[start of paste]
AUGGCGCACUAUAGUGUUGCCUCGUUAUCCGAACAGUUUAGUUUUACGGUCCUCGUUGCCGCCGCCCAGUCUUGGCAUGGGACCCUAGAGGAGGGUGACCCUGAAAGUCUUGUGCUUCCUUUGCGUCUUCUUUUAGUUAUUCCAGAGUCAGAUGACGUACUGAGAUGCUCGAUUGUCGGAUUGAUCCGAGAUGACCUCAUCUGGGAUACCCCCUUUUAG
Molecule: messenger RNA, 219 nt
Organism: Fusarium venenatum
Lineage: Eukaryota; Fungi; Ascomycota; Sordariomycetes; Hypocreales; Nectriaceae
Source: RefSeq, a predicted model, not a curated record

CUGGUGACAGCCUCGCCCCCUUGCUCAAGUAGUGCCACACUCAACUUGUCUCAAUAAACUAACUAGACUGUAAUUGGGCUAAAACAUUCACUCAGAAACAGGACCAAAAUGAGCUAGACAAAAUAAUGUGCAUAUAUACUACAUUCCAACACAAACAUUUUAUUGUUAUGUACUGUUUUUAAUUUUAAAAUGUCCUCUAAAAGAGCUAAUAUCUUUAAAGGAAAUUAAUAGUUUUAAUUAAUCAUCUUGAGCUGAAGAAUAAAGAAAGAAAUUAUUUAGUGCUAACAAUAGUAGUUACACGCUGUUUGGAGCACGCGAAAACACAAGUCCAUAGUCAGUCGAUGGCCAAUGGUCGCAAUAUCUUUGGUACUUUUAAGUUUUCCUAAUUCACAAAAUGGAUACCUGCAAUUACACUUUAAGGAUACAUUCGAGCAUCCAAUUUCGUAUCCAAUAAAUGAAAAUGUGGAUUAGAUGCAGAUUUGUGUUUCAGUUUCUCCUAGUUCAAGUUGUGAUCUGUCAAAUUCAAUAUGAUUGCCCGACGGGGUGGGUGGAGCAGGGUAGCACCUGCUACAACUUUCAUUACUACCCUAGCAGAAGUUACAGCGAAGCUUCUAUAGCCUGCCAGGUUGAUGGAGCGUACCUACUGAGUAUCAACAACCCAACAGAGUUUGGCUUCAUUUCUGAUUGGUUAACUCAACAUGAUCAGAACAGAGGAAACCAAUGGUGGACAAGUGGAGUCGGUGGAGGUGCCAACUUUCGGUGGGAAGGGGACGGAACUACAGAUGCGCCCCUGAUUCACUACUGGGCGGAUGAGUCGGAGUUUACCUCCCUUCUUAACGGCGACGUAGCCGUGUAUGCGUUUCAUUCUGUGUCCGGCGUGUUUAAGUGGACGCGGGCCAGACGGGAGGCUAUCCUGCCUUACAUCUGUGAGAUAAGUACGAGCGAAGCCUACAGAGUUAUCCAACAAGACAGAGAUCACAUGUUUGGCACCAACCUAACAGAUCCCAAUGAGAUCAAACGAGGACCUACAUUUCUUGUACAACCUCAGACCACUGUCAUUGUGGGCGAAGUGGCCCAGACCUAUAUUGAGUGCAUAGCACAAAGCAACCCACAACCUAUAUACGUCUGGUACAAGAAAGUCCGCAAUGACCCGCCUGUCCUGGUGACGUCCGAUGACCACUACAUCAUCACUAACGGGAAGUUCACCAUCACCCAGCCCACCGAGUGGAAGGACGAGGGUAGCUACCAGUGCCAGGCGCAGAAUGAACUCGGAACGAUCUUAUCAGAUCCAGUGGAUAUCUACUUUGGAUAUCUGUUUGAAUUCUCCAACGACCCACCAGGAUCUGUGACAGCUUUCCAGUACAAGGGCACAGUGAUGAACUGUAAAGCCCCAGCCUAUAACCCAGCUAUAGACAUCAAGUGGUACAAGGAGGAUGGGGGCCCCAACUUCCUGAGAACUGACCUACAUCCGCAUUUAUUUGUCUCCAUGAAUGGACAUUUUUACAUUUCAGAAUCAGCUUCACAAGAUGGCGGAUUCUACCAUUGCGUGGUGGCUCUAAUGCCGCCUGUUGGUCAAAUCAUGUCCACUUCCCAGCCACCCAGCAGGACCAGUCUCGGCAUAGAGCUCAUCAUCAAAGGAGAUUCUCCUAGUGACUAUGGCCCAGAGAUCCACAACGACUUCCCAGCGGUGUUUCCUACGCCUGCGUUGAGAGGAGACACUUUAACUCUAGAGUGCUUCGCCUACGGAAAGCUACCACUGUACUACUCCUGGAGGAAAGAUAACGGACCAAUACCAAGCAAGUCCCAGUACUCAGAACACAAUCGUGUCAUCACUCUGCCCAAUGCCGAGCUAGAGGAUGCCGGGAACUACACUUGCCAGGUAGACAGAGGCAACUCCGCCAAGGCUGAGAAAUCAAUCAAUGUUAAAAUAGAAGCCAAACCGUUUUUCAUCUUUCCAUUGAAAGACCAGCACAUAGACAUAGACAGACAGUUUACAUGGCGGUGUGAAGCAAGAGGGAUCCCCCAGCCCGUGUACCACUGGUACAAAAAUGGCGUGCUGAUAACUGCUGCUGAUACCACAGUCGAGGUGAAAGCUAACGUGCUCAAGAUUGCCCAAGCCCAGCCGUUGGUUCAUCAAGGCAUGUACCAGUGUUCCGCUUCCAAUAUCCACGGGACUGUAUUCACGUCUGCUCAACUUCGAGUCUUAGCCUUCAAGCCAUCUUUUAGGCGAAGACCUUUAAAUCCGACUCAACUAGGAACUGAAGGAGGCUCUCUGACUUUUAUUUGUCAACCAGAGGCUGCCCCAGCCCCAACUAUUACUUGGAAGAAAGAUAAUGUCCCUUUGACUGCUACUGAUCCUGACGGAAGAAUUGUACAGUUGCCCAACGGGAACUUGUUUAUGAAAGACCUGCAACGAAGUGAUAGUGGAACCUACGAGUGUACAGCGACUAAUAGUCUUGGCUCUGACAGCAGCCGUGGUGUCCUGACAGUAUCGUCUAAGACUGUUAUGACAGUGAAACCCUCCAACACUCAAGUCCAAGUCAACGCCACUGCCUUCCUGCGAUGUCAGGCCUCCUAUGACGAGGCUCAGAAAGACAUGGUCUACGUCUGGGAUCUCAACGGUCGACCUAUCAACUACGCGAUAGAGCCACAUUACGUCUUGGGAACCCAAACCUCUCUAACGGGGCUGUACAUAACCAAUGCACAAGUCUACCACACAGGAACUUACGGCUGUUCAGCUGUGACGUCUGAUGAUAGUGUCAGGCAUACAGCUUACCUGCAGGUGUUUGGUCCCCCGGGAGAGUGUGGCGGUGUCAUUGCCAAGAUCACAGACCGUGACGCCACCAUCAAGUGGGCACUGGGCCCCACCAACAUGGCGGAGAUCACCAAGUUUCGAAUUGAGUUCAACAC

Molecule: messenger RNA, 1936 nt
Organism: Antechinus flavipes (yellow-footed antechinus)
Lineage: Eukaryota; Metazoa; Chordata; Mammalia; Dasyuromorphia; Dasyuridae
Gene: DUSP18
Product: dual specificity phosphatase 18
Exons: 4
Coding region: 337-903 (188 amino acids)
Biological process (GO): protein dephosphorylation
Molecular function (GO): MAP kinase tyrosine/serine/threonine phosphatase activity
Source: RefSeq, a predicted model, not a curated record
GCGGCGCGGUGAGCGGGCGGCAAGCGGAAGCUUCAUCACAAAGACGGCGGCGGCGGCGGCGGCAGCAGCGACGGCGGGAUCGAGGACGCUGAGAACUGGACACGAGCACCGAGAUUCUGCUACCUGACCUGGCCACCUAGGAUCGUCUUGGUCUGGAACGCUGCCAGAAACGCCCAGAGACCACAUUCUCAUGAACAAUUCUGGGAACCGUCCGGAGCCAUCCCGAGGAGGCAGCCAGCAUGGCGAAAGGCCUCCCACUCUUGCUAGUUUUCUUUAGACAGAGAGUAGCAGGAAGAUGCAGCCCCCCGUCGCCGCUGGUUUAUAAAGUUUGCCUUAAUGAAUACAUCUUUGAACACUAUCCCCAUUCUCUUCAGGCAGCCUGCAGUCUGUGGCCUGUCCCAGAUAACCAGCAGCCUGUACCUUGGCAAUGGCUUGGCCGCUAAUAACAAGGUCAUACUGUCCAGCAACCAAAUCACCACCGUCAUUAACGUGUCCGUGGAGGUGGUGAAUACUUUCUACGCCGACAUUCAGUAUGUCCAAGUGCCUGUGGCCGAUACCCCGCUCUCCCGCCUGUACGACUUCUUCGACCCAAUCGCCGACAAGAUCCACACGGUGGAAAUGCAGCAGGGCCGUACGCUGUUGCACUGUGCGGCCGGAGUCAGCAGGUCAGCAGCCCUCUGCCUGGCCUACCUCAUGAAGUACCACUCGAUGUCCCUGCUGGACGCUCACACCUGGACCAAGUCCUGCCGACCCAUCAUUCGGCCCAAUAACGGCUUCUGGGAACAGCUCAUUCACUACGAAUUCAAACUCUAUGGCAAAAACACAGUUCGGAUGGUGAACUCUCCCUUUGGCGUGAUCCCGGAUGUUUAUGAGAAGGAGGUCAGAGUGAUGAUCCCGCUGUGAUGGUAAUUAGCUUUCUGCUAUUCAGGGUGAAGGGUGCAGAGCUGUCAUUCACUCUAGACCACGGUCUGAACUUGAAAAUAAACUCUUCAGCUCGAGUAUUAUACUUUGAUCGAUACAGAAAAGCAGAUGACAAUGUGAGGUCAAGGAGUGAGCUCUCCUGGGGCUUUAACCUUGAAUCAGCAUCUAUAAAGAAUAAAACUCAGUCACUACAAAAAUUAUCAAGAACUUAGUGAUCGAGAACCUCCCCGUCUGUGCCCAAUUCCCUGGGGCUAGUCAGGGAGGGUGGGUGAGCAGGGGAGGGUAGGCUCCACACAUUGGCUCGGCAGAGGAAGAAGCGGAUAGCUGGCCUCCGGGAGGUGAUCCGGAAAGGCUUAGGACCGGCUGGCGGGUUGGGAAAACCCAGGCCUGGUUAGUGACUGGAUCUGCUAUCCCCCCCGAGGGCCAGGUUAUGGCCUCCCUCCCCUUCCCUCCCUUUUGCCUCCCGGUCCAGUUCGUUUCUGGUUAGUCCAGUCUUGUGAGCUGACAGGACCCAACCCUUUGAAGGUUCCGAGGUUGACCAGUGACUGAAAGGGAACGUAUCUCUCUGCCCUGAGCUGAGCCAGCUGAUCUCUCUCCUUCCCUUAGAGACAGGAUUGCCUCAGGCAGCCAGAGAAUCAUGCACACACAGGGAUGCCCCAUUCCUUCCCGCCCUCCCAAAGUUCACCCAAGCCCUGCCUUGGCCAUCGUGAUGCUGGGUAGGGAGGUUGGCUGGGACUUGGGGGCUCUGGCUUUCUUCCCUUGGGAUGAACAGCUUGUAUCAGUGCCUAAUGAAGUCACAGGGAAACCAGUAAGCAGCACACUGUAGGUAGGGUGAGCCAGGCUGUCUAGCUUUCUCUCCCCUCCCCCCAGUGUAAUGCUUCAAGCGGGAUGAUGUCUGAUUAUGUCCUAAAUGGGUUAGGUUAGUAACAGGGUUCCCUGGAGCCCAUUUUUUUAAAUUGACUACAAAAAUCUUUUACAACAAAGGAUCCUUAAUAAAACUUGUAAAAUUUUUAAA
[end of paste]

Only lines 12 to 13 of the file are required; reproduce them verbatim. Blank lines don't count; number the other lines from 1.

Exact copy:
Exons: 4
Coding region: 337-903 (188 amino acids)